Mickey Mouse may not be destined for video game heroism after all. Walt Disney has confirmed that it has laid off hundreds of people in its game development studios as it moves from console games to casual titles.

The news is the latest sign that games are undergoing a transformation, with a lot of revenue and attention shifting from traditional console games to the new markets of Facebook and iPhone games, where the content is aimed at casual players, or those who play in short bursts in contrast to hardcore console gamers who spent hours in front of the TV.

CNBC first reported that Disney had eliminated up to 350 of the 700 jobs in the company’s game business. [update: Disney said that the actual number was about 200] Disney confirmed that it has cut a significant number of jobs but didn’t say how many. The cuts reflect a weakening of corporate resolve, as Disney had been on a five-year plan to triple its revenues in the game business and compete with the likes of Electronic Arts and Activision Blizzard.

But that vision came apart in recent months. First, social games became a hot market with companies such as Zynga making lots of money on Facebook titles. Disney jumped into the market, acquiring social game startup Playdom for up to $763.2 million. It also bought iPhone music game maker Tapulous for an disclosed price. With those deals, Disney acquired some new executives. Bart Decrem, co-founder of Tapulous, became chief of Disney’s mobile game business. And John Pleasants, former No. 2 at EA and CEO of Playdom, became the co-chief of Disney’s Interactive Media Group. Steven Wadsworth, the executive who formerly had the job Pleasants got, resigned in September from the group, which includes the game division.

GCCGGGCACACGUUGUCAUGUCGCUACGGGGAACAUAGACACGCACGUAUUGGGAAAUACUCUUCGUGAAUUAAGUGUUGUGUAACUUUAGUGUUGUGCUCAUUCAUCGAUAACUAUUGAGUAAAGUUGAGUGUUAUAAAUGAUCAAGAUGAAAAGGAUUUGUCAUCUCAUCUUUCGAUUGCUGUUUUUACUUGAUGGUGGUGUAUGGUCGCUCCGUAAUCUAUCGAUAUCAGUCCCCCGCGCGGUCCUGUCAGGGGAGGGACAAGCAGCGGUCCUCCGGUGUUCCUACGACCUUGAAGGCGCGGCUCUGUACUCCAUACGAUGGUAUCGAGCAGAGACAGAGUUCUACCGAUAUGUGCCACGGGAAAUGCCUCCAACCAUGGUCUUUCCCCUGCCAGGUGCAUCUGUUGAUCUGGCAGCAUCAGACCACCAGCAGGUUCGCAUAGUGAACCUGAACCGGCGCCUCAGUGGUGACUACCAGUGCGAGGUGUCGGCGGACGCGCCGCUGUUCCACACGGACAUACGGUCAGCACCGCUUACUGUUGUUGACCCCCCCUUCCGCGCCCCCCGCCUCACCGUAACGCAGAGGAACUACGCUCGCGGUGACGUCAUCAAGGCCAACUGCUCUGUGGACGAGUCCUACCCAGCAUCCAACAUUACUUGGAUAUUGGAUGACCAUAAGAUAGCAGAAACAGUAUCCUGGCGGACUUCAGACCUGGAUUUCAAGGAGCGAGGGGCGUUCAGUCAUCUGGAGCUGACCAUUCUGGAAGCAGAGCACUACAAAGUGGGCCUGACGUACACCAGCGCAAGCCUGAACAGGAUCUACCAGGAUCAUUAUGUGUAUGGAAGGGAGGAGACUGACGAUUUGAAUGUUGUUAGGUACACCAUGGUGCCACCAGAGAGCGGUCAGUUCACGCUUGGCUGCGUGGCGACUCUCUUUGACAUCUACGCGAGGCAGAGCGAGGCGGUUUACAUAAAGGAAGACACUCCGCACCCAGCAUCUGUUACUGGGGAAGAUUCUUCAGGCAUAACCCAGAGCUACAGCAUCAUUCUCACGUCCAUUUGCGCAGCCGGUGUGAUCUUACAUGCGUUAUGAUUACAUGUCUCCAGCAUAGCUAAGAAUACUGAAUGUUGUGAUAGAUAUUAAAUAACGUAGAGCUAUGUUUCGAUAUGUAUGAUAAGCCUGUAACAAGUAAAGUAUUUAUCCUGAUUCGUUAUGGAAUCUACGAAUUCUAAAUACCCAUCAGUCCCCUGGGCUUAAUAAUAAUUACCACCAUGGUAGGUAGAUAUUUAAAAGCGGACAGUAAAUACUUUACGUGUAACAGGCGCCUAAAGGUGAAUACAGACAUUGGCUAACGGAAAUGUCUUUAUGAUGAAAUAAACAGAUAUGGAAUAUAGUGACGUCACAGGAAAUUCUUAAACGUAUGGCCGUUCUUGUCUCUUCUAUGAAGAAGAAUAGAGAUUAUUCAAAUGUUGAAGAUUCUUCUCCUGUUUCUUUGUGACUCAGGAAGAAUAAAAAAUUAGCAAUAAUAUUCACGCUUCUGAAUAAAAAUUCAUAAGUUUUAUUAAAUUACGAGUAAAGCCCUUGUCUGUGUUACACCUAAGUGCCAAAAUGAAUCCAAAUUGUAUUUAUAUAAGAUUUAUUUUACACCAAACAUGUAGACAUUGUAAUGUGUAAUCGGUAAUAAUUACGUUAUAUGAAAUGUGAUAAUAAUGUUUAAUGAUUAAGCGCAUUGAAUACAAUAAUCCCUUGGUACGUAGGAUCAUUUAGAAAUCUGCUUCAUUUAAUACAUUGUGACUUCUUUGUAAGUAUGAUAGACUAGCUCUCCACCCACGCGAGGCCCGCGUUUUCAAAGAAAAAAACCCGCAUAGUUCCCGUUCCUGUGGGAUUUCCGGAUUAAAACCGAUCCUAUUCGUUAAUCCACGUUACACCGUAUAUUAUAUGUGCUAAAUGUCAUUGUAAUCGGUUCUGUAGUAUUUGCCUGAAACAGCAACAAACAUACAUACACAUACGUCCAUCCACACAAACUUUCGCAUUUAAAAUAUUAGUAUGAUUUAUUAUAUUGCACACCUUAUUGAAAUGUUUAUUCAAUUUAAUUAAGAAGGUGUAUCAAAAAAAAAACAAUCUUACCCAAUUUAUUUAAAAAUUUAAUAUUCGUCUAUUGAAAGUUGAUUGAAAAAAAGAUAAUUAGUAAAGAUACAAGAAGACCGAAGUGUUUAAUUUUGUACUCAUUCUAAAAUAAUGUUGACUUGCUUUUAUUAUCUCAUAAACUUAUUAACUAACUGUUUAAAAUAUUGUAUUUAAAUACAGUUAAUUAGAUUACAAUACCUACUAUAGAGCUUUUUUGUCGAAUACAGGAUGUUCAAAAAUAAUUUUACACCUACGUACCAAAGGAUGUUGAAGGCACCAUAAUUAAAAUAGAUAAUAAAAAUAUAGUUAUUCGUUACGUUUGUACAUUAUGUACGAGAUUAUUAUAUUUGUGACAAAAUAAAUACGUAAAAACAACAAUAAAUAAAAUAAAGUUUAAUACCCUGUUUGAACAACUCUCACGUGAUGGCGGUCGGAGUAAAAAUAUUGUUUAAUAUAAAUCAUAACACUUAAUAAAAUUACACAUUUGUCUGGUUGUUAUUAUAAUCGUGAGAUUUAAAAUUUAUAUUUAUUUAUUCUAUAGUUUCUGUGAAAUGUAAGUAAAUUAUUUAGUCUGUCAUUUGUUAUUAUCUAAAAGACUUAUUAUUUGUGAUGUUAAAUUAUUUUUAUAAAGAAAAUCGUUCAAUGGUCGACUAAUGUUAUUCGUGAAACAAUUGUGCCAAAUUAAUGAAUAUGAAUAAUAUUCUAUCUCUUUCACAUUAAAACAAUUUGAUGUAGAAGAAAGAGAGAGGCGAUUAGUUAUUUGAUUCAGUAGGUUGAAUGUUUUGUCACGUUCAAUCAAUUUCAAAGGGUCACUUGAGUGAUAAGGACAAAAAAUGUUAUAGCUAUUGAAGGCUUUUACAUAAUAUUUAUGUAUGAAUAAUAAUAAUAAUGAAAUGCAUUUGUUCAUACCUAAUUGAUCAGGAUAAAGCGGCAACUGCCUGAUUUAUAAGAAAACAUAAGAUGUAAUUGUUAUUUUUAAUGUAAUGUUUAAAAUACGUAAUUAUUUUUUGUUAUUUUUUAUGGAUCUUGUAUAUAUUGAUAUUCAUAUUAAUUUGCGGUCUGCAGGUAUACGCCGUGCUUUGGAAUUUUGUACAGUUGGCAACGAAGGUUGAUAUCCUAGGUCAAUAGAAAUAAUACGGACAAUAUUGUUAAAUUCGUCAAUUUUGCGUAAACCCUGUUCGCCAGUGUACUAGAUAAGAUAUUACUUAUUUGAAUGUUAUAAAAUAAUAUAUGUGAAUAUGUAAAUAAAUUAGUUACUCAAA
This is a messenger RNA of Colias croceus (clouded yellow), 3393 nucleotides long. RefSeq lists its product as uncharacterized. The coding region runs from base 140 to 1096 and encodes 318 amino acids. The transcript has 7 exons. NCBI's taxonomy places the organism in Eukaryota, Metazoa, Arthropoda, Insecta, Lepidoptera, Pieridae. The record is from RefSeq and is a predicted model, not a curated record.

Then Graham Hopper, the longtime head of Disney’s game studios, resigned in November. Hopper, who ran the game business for eight years, was determined to make Disney a player in console games. He acquired a number of prestigious game studios, including Warren Spector’s Junction Point Studios, which went on to make Disney Epic Mickey. Spector’s goal was to make Mickey Mouse into a video game hero with that game.

The Los Angeles Times reported Epic Mickey sold 1.3 million copies, despite having a late Nov. 30 start in the holiday selling season. But, given that the game took four years to make, the sales were not as spectacular as many game blockbusters and could thus be classified as a disappointment. Epic Mickey also drew complaints from reviewers that it had some bugs. That outcome was similar for many of the other titles Disney had; sales were good, but not so good Disney’s games dominated the scene.

Meanwhile, Pleasants is evidently betting that the company should focus on the fast-growing social and mobile games businesses. That means the company has to shift into a very different mindset. The casual games are cheaper to produce, so Disney can get by with far fewer people than it has in console games. But they’re also made under extreme time pressures, with titles launching and then going through immediate revision based on precise feedback and analytics data from fans.

Playdom had proven adept at making such games. But it also isn’t dominating the field. Playdom is ranked No. 6 on the top social game companies on Facebook, with 27 million monthly active users, according to market analyst AppData. That’s below Playdom’s peak in 2010. When Disney bought it last year, Playdom had 42 million users.

Disney also canceled Pirates of the Caribbean: Armada of the Damned, a big console title, without explanation. CNBC said that Disney shuttered the studio that made that game, putting 170 people out of jobs from that action alone.